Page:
Now we add to the equation your ability to receive bonuses, raises, and even retain employment. Say Schwinn Honda in addition to implementing the sales strategy, had also infused money into marketing, sprucing up the locations, provided a more flexible work schedule for employees. Would anybody argue that the additional factors probably played as much into the success of the dealership as the rigid sales staff? Your boss didn’t do the same and now the dictated strategy is not working and as a result, you’re failing at your job. How long until you quietly altered strategy and hope no one noticed?
That’s what is playing out here with HB 2229. The TNDOE is trying to get legislators to not just codify the standards but to assume the role of dictating the path to those standards. It’s a move that completely usurps the power and role of the TN Board of Education. If state law dictates that nothing but a curriculum that aligns with the “science of reading” the role of the board changes from one that helps LEAs secure the best materials for their district to one that is charged with making sure that all materials adhere to the prescription of the state and by extension the TNDOE. Is that what we really want.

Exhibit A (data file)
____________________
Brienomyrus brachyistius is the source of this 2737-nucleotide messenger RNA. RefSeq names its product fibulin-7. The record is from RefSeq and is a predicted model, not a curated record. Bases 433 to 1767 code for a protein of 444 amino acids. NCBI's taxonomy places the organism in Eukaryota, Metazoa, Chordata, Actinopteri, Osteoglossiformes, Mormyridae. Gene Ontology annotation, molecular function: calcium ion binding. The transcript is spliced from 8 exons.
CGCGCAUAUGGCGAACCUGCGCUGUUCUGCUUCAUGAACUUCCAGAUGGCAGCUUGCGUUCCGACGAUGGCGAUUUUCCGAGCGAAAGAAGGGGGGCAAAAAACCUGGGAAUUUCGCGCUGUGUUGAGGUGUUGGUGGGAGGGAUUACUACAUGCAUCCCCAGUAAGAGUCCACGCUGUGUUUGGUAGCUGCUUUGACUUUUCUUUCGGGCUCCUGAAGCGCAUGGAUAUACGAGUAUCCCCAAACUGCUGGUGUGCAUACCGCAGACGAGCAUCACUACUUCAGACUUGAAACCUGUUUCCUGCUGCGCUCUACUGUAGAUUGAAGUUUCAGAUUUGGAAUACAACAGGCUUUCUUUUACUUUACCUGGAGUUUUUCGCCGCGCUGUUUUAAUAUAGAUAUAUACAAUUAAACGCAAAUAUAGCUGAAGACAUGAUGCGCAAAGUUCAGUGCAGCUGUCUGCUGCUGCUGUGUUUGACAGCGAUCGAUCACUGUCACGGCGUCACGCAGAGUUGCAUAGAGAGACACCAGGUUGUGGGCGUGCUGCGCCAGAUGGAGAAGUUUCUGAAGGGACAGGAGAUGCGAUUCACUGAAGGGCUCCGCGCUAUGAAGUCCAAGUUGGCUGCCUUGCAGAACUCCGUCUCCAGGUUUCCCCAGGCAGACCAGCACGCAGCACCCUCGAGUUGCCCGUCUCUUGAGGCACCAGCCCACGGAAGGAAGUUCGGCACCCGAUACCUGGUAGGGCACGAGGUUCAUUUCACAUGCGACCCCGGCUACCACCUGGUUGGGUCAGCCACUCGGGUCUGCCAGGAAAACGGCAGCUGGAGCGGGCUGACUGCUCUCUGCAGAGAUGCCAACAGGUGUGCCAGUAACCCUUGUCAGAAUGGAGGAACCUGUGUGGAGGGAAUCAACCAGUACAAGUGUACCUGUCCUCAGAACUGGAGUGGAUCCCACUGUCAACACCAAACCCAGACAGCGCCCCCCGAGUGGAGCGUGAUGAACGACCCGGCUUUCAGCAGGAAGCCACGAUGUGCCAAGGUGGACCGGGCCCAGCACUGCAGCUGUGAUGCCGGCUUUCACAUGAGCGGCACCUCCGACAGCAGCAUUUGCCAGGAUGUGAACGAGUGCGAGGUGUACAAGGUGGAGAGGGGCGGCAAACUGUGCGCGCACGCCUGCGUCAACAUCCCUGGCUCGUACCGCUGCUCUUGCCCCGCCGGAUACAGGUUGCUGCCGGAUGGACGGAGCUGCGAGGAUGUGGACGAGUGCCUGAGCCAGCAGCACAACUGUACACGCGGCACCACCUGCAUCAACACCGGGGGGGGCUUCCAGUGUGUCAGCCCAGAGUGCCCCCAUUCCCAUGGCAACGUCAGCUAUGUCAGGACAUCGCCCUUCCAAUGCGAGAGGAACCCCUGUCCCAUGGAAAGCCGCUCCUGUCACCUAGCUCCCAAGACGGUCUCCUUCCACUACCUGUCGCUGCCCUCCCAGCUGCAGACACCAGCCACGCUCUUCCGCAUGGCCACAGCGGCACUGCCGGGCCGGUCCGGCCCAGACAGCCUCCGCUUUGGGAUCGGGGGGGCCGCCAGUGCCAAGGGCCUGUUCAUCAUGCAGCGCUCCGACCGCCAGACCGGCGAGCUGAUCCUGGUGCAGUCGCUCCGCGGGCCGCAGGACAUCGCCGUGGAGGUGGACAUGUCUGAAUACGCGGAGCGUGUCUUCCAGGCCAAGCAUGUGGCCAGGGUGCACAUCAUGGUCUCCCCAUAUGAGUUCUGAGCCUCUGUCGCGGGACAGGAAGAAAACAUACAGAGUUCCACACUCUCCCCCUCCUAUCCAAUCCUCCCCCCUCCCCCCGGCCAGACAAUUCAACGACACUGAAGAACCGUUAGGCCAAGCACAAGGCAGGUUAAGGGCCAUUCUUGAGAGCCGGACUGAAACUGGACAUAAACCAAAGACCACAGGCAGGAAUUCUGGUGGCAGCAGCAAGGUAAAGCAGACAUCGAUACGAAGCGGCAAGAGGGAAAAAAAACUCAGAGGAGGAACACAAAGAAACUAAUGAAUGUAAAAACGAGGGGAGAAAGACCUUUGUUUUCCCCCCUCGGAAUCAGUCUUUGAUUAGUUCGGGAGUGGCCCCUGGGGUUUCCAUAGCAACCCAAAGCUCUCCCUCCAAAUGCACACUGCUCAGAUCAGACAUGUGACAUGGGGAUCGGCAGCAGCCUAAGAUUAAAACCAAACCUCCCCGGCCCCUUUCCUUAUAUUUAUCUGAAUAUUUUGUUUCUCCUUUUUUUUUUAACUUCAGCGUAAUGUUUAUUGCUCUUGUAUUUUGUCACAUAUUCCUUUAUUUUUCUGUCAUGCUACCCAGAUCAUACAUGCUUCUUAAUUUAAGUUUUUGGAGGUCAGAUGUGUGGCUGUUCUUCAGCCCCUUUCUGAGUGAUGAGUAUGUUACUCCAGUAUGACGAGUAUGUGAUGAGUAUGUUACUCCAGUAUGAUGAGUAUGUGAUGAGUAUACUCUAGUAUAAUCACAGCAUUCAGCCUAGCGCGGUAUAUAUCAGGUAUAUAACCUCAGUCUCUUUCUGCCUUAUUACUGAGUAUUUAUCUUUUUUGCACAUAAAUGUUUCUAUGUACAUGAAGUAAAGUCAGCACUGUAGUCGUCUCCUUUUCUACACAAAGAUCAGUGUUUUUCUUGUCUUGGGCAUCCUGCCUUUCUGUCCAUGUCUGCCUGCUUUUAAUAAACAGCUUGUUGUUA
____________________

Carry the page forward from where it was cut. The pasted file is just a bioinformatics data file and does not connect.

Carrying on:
I don’t know about you, but to me, that feels like a bit of power grab. And maybe you are alright with it, but before you sign off you might want to consider both the precedent being set and the potential unintended consequences. I’m not comfortable with either.
The latest amendment to HB 2229 is now available. (HB2229-SB2160_AMENDMENT #2 ) It makes some considerable palpable changes, but does it maintain the delicate balance between the legislators, the TNDOE, the State Board of Education, and LEAs? State Superintendent of Schools is telling people that she’s talked to stakeholders and they are all good with the changes, but did she and are they? I’m sure that’ll be the subject of discussion at tomorrow’s House sub-committee meeting. Hopefully, everybody will have done their homework.